As tickets officially go on sale for the 2022 DocLands Documentary Film Festival, once again the annual event boasts one of the most impressive programs of nonfiction cinema storytelling in the country.
Beginning on May 5 and presented by the California Film Institute, which operates the Smith Rafael Film Center and runs the annual Mill Valley Film Festival, DocLands traditionally sorts its cinematic offerings into “strands,” somewhat loose categories defined by subject matter. These strands are “Art of Impact,” stories that open eyes to global issues and an array of cultures in transition; “The Great Outdoors,” focusing on the environment and stories of adventure and exploration; and “Wonderlands,” films that engage an audience’s sense of wonder and possibility.
This year’s opening night film (Thursday, May 5, 7pm), diving deep into the “Great Outdoors” strand, is Mikey Corker’s Savage Waters. A 93-minute action-adventure, this is the true-life story of British sailor Matt Knight, who discovered a 19th-century letter describing an enormous wave that repeatedly appeared off the shore of a small chain of islands in the Atlantic. Teaming up with world-class surfer Andrew Cotton, Knight and his family set off to find, and hopefully ride, the possibly mythical wave. Director Corker (Behind the Lines, The Guardian Angel), along with film subjects Taz Knight and Ed Smith, will be in attendance.
Other super-cool-looking films in the 11-picture “Great Outdoors” thread include Holly Morris’ Exposure (Thursday, May 7, 7pm), an 88-minute drama about an all-female expedition to the North Pole while battling cultural differences and melting sea ice. River (Friday, May 6, 3:30pm), a 75-minute documentary by Jennifer Peedom (Sherpa) and Joseph Nizeti (Anatomy of a String Quartet) and narrated by Willem Dafoe, is a visual meditation on the many ways that rivers shape the planet and the creatures who live on it. Expertly crafted as a journey into, under, around and above large-and-small rivers on six continents, River features a powerful musical score performed by the Australian Chamber Orchestra. Tigre Gente (Saturday, May 7, 4pm), from National Geographic’s Elizabeth Unger, is a gripping eco-thriller about the illegal jaguar tooth trade and the forest rangers battling poachers to protect the less than 20,000 remaining Bolivian and Chinese jaguars.
Among the 10 titles in the “Wonderlands” thread, promising prospects include Ahsen Nadeem’s 100-minute Crows Are White (Sunday, May 8, 7pm). It’s a love story, of sorts, in which the filmmaker seems to be making a film about a secretive sect of Buddhist monks in Kyoto, Japan, but actually turns out to be avoiding making a very personal decision about the woman he loves. Nadeem will attend the screening. Another exciting-sounding doc is also a love story. Fire of Love (Saturday, May 7, 11:30am), by director Sara Dosa, is a 93-minute adventure about married volcanologists Katia and Maurice Krafft. The French couple love volcanoes almost as much as they love each other (or maybe it’s the other way around), and the film takes us right up to the edge of many of the lava-spewing craters they risk their lives to study. Scrap (Sunday, May 8, 8pm), by Stacey Tenenbaum, is a lyrical, 72-minute behind-the-scenes look at the strange metal graveyards where old vehicles ultimately go to rust and die, and Chris Gero’s The Sound of Us (Saturday, May 7. 6:30pm) is an 118-minute voyage into the global power of music and rhythm.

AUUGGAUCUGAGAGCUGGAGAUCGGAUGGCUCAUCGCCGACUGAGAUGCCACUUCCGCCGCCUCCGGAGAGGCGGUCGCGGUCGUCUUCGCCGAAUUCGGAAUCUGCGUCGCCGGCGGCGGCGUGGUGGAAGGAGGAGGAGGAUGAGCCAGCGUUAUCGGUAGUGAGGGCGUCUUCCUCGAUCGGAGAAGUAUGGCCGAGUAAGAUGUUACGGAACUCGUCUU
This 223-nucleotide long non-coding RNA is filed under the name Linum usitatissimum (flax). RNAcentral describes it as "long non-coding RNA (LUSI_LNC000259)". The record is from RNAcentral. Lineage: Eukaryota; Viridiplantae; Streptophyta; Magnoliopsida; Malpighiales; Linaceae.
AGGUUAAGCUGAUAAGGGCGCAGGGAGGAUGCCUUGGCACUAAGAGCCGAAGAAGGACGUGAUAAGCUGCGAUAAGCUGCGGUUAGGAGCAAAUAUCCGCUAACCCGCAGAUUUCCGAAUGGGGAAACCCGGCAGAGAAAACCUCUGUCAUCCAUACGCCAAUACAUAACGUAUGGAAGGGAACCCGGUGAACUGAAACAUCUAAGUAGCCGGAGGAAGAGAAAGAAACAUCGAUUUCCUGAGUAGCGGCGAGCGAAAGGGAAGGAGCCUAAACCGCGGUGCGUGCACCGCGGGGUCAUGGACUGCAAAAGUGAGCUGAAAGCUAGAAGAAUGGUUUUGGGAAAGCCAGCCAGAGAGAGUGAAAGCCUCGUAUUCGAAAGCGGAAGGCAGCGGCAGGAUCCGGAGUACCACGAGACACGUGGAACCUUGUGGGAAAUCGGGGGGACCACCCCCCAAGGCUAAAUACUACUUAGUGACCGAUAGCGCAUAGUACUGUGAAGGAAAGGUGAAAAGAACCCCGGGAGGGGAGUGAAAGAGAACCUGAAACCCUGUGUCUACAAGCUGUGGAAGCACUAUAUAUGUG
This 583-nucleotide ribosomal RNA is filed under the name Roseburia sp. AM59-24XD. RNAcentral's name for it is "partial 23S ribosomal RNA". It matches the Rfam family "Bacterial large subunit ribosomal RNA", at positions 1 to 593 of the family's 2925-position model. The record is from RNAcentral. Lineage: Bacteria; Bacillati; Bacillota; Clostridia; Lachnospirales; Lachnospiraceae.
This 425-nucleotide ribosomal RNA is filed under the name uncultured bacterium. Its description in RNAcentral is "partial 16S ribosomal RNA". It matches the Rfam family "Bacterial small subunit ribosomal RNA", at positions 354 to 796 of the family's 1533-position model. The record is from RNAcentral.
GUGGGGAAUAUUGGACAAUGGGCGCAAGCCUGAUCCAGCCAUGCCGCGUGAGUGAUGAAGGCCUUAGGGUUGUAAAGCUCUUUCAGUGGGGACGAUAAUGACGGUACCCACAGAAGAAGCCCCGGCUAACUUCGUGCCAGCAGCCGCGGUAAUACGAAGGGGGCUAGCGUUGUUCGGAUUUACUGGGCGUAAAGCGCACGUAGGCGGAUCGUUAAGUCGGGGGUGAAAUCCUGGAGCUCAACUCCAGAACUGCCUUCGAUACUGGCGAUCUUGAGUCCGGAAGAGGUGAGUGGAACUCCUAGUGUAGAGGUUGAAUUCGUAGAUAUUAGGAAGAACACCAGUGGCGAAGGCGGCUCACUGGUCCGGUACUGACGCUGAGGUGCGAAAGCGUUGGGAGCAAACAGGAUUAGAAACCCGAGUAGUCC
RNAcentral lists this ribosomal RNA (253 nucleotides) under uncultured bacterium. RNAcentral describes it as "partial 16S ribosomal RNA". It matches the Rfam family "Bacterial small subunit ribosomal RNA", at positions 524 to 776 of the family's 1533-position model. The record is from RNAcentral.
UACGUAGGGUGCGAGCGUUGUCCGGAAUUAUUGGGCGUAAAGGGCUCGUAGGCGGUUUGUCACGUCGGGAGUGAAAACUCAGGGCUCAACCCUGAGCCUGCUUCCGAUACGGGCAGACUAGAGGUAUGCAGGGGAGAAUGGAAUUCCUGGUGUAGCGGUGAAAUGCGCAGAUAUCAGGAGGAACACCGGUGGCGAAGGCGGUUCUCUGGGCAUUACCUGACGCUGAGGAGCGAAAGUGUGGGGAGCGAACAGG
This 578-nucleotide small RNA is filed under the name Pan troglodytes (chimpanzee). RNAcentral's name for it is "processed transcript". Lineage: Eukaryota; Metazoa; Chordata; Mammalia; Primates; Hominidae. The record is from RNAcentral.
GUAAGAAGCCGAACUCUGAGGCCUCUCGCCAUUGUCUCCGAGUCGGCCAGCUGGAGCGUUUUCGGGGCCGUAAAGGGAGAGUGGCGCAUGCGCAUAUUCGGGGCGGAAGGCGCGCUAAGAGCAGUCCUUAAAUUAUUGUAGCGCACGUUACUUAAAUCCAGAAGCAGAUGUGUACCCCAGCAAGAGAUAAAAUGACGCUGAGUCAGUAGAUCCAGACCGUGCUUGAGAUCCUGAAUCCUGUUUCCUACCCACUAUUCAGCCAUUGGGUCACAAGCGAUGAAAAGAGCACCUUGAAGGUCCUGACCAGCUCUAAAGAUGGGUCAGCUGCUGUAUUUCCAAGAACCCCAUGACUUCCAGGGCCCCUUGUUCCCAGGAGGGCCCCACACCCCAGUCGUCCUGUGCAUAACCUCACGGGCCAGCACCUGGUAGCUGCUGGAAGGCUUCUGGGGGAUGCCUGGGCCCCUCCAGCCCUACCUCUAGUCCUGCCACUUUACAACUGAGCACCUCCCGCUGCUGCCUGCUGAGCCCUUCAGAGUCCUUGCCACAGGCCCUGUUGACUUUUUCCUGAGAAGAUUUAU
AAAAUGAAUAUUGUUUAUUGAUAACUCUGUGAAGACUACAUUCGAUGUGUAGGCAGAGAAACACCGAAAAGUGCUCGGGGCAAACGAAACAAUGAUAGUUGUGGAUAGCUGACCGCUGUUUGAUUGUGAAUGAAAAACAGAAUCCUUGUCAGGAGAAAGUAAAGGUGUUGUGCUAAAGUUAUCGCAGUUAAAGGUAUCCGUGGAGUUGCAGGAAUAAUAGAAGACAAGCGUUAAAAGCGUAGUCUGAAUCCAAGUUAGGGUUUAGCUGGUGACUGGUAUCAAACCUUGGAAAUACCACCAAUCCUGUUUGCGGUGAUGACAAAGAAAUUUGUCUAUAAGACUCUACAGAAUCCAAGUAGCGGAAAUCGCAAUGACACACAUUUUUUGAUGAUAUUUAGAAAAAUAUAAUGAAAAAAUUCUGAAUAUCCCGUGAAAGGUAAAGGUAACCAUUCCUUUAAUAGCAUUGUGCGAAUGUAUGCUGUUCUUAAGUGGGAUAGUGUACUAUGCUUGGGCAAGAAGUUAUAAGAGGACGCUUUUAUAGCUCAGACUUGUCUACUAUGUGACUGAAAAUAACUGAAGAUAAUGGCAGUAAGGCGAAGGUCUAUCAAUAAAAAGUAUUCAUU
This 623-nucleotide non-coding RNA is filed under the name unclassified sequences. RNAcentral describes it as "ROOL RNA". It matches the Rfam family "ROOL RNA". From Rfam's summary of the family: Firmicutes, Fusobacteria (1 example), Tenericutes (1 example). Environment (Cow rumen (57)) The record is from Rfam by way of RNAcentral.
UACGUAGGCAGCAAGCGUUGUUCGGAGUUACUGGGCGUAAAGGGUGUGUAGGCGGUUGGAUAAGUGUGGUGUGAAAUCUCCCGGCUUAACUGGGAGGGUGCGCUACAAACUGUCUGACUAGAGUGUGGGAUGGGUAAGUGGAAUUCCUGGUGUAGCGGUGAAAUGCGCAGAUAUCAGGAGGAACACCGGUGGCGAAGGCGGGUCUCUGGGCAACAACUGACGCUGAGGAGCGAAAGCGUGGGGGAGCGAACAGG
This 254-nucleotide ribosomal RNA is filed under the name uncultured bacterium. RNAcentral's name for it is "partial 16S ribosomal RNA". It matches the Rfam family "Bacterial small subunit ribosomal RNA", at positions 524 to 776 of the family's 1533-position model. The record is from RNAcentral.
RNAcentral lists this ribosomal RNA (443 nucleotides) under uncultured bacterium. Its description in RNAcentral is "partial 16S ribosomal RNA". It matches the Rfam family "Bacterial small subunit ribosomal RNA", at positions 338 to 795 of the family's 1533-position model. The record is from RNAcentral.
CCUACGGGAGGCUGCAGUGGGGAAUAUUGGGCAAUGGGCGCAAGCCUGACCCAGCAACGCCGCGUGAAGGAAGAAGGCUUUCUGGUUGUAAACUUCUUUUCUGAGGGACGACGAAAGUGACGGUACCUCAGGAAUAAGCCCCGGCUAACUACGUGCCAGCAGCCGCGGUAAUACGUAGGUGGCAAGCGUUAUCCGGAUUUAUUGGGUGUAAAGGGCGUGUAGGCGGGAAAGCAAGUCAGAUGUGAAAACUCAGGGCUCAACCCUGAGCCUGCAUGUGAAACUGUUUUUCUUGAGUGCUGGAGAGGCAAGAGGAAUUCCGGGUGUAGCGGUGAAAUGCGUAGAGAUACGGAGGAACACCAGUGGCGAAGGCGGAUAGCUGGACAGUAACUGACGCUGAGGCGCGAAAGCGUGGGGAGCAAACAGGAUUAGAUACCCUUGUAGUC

And that leaves the “Art of Impact” thread, with a total of 16 films.
There’s a lot to choose from, but we like the look of Let the Little Light Shine (Friday, May 6, 2:30pm), by Kevin Shaw (The Street Stops Here). The true-life drama follows a group of predominantly Black parents from Chicago’s National Teacher’s Academy, a public elementary school that was set for closure when nearby gentrified areas targeted it as a good spot for a high school to serve the growing number of non-Black students coming into the neighborhood. It’s a tight, well-pace 88-minute look at parents attempting to fight city hall. The question is, who won in the end?
Director Daniel Roher’s Navalny (Friday, May 6, 7pm), features riveting interviews with Russian activist Alexei Navalny, the survivor of an attempted murder when he was poisoned in Russia. As Navalny and his family attempt to prove that he was a target of Vladimir Putin, this thriller of a doc gains powerful momentum, rising to an unforgettable climax. Our Words Collide (Friday, May 6, 4:30pm) is directors Jordan W. Barrow and Matt Edwards’ inventive 95-minute introduction into the lives of five teenage poets from Los Angeles, all involved in the nonprofit literacy program, Get Lit. The film uses selfies, animation, music and poetry to tell its true story of how the written and spoken word can expose powerful truths and change lives.
DocLands includes a number of documentary shorts programs, along with the feature films, panel discussions, parties and other film festival activities.